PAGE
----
Civilizing the Economy A New Economics of Provision

There’s work, but no jobs. What’s wrong here?

Posted May 30, 2011 by Marvin Brown in Uncategorized, 2 Comments

As we look at high unemployment figures in Northern Africa, or in Spain or in the United States, it should make us wonder what is going on when there is so much work to be done.

The Politics of Voice vs. The Politics of Noise

Posted May 24, 2011 by Marvin Brown in Uncategorized, No Comments

Can you tell the difference between the sound of a voice and the sound of noise?

Money as a Common Currency

Posted May 23, 2011 by Marvin Brown in Uncategorized, No Comments

When the European countries agreed to move from national currencies to a “common currency,” one can assume that they thought of money primarily as a means of exchange, as a currency.  If we want to talk (trade) with each other, why not use the same language (money)?  Not a bad idea.  Today it appears that they have failed to protect the “common” nature of money.

Economic Justice

Posted May 16, 2011 by Marvin Brown in Uncategorized, No Comments

“Justice is the first virtue of social institutions, as truth is of systems of thought.”

John Rawls begins his seminal work, A Theory of Justice, with this thought-provoking sentence.  It’s a great sentence for thinking about the economy, since the economy is a social institution and economics is a system of thought.  In fact, it may be that the first barriers to economic justice are the falsehoods of much of current economic thought.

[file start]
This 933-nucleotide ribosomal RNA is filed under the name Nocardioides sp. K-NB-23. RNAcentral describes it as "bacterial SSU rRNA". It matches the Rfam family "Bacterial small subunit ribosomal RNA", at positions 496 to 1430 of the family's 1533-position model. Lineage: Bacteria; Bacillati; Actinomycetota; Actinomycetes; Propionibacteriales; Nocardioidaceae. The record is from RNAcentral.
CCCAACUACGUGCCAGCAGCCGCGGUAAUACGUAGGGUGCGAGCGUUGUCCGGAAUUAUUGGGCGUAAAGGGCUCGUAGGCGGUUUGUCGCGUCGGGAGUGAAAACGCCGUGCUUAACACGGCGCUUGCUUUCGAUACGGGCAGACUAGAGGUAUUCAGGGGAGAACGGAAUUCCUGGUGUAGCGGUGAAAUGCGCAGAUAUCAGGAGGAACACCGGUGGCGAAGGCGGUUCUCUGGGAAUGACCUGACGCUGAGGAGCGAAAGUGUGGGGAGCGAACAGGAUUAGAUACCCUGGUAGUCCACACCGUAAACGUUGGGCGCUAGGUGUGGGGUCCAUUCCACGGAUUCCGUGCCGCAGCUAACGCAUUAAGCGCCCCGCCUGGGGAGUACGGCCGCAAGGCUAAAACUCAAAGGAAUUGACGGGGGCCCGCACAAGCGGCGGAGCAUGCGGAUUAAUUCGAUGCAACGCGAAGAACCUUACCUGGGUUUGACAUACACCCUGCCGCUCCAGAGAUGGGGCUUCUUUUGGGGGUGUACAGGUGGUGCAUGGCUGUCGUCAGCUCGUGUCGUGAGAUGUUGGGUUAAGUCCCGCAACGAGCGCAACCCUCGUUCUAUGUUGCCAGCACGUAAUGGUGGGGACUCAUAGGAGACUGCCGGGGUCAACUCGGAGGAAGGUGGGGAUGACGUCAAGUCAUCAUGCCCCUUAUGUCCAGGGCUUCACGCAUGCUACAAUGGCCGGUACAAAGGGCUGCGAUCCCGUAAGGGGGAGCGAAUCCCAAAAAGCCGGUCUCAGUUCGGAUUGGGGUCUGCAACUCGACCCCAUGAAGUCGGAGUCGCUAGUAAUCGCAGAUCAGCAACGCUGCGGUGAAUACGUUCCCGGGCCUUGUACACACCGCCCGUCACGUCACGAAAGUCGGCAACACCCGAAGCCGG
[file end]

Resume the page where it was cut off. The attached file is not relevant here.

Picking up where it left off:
Universities and Sports

Posted May 5, 2011 by Marvin Brown in Uncategorized, 1 Comment

What do we want from our educational institutions?

  1. Democratic citizens
  2. Creative scientists
  3. Innovative entrepreneurs
  4. Entertainment

The answer appears to be 4.

Marvin T. Brown, Ph.D teaches business and organizational ethics at the University of San Francisco and Saybrook University in San Francisco.

This book is the culmination of 30 years of teaching and writing on business and society from a communicative perspective. Visit workingethics.com for more information.

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